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College Life: The End Is Near


Pacing Yourself Near The Finish Line – Student Voices
A sign saying ‘Finish Line Ahead’. Image from 

Kelli Carter ~ Staff Writer

It is that time of the year yet again… Midterms. They sound really scary because of all the tests that we might have but also checking our grades. At the end of the day we need to just take a step back to see how far we have all come this semester. 

This one goes out to my seniors, we are really on the last leg of our college journey and we tend to be stressed about getting into grad school or even finding a job. We got this even though it tends to be hard and very overwhelming. We have come this far, so let’s not give up now.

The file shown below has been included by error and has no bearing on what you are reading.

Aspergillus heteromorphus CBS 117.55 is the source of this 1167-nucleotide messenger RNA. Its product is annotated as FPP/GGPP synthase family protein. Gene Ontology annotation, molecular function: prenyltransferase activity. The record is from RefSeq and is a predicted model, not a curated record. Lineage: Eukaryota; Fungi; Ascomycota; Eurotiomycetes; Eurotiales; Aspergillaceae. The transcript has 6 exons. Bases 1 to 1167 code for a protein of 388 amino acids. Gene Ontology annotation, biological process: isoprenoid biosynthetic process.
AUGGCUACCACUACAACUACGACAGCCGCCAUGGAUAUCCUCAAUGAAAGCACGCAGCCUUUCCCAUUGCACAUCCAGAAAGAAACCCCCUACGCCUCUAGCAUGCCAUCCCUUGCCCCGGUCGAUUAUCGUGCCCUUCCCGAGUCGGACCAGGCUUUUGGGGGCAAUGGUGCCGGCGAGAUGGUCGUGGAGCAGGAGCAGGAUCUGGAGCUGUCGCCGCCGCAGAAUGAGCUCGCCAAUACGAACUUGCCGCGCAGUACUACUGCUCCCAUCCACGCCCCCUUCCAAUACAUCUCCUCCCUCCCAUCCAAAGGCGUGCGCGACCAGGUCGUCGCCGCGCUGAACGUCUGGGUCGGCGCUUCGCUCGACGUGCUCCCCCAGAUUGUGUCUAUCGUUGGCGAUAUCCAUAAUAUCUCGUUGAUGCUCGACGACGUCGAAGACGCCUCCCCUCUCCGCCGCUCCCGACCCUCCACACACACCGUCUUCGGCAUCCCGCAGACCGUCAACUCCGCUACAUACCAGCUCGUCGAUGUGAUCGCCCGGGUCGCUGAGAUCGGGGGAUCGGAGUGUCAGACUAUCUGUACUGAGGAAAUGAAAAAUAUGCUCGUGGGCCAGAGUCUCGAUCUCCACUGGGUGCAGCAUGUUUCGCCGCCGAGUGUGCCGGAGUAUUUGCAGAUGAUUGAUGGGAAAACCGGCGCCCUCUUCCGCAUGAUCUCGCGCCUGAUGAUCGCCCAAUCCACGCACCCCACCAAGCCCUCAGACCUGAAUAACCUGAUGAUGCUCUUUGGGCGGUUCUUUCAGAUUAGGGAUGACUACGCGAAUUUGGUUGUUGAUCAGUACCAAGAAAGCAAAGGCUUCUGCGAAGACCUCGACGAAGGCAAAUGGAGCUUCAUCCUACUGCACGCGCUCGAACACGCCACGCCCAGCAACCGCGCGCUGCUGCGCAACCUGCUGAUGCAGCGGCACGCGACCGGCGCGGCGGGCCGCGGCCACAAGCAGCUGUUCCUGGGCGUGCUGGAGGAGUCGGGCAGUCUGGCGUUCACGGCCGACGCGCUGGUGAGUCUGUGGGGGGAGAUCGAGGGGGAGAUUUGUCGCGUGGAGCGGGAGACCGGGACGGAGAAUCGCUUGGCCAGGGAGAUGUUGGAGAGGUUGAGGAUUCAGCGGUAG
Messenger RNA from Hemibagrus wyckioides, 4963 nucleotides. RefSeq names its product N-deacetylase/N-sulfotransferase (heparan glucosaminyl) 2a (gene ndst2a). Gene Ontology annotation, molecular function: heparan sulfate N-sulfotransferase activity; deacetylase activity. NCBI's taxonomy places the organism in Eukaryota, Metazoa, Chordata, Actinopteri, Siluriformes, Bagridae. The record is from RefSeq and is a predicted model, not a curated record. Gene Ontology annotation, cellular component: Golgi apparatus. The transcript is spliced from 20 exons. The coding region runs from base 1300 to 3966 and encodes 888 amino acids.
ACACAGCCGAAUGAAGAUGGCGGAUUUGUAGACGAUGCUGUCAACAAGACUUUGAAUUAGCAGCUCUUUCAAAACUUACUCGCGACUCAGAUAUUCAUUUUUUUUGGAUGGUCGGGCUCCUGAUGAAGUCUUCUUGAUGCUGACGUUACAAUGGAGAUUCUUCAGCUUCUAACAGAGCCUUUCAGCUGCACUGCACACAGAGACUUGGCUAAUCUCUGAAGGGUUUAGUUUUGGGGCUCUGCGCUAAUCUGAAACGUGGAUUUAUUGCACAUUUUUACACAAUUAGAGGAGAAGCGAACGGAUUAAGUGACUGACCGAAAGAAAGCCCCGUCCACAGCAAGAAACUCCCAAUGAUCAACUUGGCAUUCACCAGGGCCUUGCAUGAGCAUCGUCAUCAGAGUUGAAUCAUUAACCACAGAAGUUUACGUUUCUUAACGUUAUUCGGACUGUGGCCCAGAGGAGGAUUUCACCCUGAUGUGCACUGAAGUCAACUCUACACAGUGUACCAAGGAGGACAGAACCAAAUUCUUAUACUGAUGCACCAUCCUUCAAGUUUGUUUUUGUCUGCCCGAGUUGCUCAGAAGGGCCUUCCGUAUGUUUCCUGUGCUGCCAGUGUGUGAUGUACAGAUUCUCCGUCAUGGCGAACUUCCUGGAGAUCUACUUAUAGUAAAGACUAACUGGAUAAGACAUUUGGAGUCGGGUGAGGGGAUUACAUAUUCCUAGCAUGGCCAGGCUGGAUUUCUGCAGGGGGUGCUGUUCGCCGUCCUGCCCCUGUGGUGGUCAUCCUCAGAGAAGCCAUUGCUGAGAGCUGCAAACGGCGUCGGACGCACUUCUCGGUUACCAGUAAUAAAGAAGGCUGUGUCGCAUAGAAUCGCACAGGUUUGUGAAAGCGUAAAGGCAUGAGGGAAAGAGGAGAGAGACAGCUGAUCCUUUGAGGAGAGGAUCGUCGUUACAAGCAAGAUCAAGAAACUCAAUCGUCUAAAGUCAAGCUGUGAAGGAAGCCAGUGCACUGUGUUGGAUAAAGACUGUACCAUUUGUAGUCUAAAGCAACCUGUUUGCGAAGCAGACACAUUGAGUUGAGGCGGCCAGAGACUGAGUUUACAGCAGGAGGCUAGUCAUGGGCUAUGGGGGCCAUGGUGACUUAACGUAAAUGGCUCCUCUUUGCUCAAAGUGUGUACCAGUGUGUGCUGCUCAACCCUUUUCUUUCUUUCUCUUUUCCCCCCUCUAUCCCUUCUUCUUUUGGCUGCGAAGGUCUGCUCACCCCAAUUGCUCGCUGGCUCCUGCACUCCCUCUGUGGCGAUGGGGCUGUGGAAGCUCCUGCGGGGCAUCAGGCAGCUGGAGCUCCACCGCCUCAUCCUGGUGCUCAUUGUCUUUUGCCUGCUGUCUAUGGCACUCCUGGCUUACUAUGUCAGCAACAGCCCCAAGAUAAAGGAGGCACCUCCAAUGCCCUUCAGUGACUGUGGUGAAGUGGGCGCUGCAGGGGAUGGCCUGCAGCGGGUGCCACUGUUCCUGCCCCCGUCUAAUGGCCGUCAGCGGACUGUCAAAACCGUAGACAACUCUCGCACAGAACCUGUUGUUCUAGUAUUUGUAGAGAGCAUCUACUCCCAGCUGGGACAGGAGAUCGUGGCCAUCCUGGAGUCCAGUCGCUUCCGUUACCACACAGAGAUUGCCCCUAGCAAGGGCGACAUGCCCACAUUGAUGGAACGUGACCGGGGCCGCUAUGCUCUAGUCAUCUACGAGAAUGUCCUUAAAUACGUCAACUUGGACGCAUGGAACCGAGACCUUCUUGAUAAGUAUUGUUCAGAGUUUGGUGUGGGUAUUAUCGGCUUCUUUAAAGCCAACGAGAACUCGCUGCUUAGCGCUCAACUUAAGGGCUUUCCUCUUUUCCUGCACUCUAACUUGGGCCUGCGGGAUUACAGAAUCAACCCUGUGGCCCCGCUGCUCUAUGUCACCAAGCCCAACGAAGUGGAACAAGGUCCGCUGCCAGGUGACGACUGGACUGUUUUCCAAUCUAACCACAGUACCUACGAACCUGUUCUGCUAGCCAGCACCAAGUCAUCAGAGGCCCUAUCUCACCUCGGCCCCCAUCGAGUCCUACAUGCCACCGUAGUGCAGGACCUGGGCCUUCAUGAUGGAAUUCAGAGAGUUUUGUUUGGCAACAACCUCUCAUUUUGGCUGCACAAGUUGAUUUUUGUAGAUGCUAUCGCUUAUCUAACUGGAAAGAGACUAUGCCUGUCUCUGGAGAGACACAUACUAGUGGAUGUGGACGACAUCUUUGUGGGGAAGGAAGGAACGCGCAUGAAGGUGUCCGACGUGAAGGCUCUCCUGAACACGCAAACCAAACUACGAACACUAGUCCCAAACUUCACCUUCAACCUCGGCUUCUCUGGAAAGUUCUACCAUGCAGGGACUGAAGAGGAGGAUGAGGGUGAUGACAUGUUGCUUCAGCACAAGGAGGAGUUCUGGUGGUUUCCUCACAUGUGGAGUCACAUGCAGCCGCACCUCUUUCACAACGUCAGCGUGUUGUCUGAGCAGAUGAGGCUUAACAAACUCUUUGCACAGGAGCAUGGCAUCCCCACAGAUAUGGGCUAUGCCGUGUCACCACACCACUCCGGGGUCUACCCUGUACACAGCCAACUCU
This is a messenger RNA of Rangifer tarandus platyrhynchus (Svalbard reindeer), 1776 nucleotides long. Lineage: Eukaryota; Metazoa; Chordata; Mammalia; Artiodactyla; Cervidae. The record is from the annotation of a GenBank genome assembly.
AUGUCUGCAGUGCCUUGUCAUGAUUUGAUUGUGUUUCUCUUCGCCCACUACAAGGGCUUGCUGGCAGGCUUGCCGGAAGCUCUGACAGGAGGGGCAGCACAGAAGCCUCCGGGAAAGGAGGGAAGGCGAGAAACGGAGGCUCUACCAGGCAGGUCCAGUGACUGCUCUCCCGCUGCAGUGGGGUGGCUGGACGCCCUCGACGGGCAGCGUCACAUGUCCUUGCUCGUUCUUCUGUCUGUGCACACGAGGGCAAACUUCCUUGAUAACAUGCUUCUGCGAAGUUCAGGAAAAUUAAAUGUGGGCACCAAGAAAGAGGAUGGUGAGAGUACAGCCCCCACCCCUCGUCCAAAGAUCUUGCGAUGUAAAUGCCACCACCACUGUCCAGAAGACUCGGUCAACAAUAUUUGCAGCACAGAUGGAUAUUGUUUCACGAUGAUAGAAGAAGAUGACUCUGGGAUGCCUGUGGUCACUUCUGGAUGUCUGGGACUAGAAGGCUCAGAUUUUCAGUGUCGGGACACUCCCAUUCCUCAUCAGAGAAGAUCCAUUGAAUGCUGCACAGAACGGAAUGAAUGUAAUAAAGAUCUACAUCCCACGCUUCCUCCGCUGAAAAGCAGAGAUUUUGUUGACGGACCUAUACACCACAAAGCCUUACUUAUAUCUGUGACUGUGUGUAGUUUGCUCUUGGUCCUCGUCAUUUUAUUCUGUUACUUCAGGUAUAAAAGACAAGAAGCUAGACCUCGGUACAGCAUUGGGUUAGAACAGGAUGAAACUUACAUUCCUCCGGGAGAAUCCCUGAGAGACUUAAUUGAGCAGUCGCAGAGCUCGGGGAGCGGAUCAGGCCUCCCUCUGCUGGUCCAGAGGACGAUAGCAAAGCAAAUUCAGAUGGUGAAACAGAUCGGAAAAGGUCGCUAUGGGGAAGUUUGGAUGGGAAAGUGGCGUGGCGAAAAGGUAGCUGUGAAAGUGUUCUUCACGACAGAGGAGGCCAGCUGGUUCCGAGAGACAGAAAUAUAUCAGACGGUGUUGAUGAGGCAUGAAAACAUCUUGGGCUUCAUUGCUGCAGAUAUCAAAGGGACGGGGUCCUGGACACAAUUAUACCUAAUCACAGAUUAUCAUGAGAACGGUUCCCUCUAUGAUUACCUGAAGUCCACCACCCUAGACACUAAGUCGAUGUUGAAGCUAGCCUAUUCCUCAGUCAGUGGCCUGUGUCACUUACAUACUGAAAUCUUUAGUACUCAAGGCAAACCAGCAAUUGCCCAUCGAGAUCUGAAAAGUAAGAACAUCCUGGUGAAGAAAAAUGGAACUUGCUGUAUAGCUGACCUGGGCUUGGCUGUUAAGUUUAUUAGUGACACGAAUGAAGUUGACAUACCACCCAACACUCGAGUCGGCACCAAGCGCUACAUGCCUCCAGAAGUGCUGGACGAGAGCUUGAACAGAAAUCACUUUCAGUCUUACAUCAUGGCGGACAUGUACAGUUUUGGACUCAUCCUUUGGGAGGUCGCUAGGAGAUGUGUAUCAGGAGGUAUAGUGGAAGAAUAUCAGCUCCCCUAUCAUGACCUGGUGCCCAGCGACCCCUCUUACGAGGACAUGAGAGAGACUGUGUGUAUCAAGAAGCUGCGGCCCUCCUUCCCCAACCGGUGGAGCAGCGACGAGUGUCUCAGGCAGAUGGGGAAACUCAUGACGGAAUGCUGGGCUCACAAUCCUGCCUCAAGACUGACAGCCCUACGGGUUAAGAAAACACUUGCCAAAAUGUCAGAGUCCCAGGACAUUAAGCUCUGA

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Mystic Magic: The Limits of Manifestation

Hands holding a pink crystal. Photo retrieved from

Grace Cavanaugh ~ Editor in Chief

     As many of our faithful readers know, for the past four years, I have worked at the Girl Scout summer camp I once attended. In the most recent summers, I ran the archery range and helped with various other tasks around camp that did not involve spending a lot of time with the girls.

     I love working at camp. One of my favorite parts was that we would hire a lot of international women to come over and participate in camp life. Because of camp, half of my closest friends live on different continents.

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Why Are Students Still Being Left In the Dark?

Logos for multiple online learning portals.

Hunter Epperson ~ Staff Writer

     Students and faculty of the University of Lynchburg have had to adapt to online learning due to Covid-19, but there are still some professors who refuse to utilize Moodle, the university’s course management system, and I argue that this should change. 

     Online course management systems are becoming ubiquitous technologies at institutions of higher education and learning, and they are known to be effective.